Legal issues involving families can be some of the most difficult areas of the law to navigate. Often times, the issues are complex and the emotional toll taken on couples and children can be devastating. At Myers & Eichelberger, P.L., our family law attorneys are committed to zealously representing our clients’ goals and interests, related to their families. We are especially sensitive to the delicate nature of the issues and will work hand-in-hand with our clients to ensure they understand the legal process and how it affects their loved ones.

Divorce – Child Custody – Child Support – Alimony – Paternity:

We employ a variety of legal solutions and strategies to help our clients obtain the best results possible during a difficult divorce or child proceeding. Where the issues can possibly be resolved by settlement, we work with our clients to help create an agreement that allows them to maintain control of how they raise their children and divide the property from the marriage. When the issues cannot be resolved through settlement, we prepare comprehensive trial strategies to ensure our clients’ interests are properly represented to the court.

Juvenile Dependency

When the Department of Children and Families (DCF) involves itself in peoples’ lives, it can be highly traumatic to their children. Our family law attorneys help ensure parents’ rights are protected and they are properly represented on vital issues related to their children.
Guardianship/Temporary Custody: The Myers & Eichelberger family law team helps those seeking to obtain guardianship or temporary custody over their loved ones, present their best possible case to the court. The requirements for guardianship or temporary custody over someone can be daunting and we work to make sure our clients understand each step of the process and how it protects their loved ones.

Domestic Violence

At Myers & Eichelberger, our family law attorneys take special care in representing those who have been the victims of domestic violence. After a horrible act is committed, it is extremely important to have effective representation before the court when seeking an injunction for protection against the abuser. Our family law attorneys help ensure your case is presented properly to the court, so that you receive the necessary protection and peace of mind.


Divorce or dissolution of marriage, can be one of the most devastating events in a person’s life. Almost inevitably, the issues surrounding divorce will be emotionally charged, as spouses and children begin to grapple with the changing family dynamics.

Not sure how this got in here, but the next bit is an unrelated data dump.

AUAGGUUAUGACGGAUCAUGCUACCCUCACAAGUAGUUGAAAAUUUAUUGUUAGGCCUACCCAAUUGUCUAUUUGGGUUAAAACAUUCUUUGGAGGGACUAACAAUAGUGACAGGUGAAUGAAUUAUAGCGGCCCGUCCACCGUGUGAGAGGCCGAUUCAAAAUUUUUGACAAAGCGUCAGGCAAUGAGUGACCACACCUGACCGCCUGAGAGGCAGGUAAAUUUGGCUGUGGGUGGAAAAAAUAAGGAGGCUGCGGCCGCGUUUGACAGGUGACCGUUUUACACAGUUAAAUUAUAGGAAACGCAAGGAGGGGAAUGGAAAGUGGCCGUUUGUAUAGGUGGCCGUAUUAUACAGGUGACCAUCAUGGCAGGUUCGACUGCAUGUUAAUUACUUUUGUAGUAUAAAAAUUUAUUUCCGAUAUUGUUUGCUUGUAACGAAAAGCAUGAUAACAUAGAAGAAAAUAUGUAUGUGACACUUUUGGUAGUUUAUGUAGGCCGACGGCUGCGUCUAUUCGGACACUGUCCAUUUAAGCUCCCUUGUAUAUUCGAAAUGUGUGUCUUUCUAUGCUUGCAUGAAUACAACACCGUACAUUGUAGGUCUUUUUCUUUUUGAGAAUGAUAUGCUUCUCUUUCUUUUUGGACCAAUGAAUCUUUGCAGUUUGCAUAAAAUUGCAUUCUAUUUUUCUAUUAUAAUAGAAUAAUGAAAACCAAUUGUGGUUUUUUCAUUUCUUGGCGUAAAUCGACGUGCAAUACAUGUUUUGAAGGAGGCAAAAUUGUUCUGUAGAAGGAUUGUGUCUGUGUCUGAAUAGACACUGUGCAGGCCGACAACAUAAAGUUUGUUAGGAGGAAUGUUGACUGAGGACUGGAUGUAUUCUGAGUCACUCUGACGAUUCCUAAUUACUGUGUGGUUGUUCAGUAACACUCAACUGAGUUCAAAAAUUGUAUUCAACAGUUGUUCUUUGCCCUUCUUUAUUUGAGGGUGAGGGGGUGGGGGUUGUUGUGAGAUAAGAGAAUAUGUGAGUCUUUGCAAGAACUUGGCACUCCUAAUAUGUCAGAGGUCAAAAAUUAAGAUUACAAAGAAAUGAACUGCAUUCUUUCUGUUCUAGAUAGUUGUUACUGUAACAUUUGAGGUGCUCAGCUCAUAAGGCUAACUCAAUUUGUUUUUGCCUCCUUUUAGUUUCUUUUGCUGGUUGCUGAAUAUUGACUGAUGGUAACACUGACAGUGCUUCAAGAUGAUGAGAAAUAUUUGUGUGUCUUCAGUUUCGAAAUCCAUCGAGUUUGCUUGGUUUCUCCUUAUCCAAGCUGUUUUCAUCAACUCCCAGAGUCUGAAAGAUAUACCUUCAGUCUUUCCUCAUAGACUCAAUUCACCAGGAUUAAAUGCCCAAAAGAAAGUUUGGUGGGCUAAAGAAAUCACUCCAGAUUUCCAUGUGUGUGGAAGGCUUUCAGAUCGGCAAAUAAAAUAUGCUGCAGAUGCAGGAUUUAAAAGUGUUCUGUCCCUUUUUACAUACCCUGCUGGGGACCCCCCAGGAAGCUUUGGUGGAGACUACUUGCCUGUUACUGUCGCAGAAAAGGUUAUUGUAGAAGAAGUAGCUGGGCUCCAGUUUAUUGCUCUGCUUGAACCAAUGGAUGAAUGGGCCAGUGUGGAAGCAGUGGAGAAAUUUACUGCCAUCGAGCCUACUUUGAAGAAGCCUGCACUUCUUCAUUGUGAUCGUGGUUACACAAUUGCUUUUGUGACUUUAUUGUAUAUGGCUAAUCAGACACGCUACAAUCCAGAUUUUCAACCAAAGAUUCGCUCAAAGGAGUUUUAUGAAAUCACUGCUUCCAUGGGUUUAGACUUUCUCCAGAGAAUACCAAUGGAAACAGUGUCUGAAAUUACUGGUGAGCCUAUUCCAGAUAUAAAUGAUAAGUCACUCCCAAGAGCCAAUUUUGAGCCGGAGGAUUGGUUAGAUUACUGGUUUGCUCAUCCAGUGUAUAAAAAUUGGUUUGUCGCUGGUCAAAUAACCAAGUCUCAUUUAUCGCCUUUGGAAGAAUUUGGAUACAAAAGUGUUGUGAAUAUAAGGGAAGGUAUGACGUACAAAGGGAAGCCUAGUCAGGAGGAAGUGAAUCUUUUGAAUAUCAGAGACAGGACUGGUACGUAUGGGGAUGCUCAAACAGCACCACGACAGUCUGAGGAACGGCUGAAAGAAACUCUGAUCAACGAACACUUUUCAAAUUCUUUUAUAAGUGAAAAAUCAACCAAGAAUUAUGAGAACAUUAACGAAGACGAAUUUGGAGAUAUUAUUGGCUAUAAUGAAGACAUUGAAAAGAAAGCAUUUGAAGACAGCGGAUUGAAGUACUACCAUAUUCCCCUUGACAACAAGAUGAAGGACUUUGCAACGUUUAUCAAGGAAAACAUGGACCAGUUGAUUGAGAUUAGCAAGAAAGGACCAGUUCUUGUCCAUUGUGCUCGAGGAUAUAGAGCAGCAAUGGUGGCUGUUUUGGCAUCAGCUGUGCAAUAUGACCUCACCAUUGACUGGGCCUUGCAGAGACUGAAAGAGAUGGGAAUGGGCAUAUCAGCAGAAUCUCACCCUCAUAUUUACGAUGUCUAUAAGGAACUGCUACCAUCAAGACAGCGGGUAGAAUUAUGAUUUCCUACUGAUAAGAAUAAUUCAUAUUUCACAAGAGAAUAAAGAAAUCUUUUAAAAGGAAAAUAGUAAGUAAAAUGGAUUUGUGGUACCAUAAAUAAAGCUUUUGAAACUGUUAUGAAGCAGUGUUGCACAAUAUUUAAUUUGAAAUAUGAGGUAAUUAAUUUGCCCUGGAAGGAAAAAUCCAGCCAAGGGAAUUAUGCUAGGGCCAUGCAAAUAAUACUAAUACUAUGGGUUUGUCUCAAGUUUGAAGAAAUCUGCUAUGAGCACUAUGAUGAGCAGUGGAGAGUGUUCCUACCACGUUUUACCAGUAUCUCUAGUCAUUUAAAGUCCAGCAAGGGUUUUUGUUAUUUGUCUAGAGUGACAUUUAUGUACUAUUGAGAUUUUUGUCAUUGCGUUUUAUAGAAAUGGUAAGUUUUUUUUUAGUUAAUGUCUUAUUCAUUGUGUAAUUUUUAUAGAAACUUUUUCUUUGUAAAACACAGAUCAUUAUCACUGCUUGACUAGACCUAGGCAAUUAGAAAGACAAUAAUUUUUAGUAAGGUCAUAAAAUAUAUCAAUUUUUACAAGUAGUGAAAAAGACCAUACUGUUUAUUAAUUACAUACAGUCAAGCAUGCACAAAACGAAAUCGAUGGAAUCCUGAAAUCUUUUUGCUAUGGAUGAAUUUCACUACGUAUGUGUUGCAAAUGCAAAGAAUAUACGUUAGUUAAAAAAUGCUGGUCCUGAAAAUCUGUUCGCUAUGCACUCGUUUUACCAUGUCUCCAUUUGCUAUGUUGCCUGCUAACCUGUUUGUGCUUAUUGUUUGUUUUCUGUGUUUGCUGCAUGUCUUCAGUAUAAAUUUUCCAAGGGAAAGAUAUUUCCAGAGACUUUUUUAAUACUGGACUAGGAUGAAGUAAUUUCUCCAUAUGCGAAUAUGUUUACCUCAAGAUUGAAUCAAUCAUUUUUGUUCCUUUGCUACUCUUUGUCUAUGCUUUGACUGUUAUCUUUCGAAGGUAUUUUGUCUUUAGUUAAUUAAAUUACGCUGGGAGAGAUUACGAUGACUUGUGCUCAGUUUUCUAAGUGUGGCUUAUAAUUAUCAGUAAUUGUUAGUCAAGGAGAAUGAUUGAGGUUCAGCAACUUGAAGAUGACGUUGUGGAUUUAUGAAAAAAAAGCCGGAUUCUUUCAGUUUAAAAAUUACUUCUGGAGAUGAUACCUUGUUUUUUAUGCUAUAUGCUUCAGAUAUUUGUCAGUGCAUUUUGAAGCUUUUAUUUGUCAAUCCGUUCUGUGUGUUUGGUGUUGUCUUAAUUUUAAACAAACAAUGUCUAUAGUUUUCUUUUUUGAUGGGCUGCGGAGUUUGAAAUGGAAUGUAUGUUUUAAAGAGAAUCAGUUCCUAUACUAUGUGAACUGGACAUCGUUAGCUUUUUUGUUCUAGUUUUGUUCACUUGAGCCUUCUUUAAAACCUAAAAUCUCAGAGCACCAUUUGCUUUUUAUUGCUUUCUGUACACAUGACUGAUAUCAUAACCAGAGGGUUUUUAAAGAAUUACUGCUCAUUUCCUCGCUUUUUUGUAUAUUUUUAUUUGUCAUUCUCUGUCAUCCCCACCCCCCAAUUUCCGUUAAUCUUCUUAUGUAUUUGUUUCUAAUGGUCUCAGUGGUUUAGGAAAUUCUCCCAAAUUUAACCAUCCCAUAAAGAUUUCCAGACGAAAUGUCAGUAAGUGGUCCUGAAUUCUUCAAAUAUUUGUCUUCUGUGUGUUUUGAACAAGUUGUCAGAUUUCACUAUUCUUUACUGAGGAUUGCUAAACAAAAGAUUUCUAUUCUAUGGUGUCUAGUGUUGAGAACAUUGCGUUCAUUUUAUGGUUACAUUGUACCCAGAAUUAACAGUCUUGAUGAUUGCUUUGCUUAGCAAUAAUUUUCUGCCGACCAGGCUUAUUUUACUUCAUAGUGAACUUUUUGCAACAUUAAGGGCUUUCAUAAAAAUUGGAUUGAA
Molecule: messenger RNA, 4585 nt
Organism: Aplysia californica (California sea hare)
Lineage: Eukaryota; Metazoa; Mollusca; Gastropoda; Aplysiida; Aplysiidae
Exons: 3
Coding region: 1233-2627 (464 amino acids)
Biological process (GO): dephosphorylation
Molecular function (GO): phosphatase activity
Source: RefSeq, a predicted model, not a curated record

The primary concern will typically be the health, safety and well-being of any children affected by divorce; however, the court will also make temporary and permanent decisions about other things like the division of property, responsibility for debts, and whether one spouse should pay the other support/alimony.

At Myers & Eichelberger, our team of family law attorneys brings extensive knowledge and understanding to the many complex issues surrounding a divorce. We work closely with our clients to help them understand the stages of the divorce process and make sure their goals are represented effectively before the court.


  1. Do I have to allege to the court that my spouse has done something wrong in the marriage in order to get a divorce?
    Typically, either spouse may ask for a divorce and neither person needs to be at fault, all that is necessary in most cases is at least one spouse considers the marriage be “irretrievably broken.”
  2. I just moved to Florida and I need to get divorced, how soon can I do this?
    In order to get a divorce in Florida, at least one of the spouses must be a resident of the state for at least 6 months prior to petitioning the court for the divorce.
  3. How will we be able to figure out who gets what property and who is responsible for what debts?
    Typically, the court presumes that the property and debt of a marriage should be divided equally unless there is a basis to divide property disproportionately.
  4. We bought many things during our marriage but they are mostly titled in my spouse’s name, does that mean I don’t get any of the value from them?
    Typically, the test for whether something is joint asset is not whose name it is titled in; but whether it was obtained during the marriage with the money or efforts of either spouse.
  5. My spouse says that they are going to take our children and never let me see them again, can they do this?
    It is the public policy of the State of Florida that each child has frequent and continuing contact with both parents after the parents separate or divorce and to encourage parents to share the rights and responsibilities and joys of child rearing.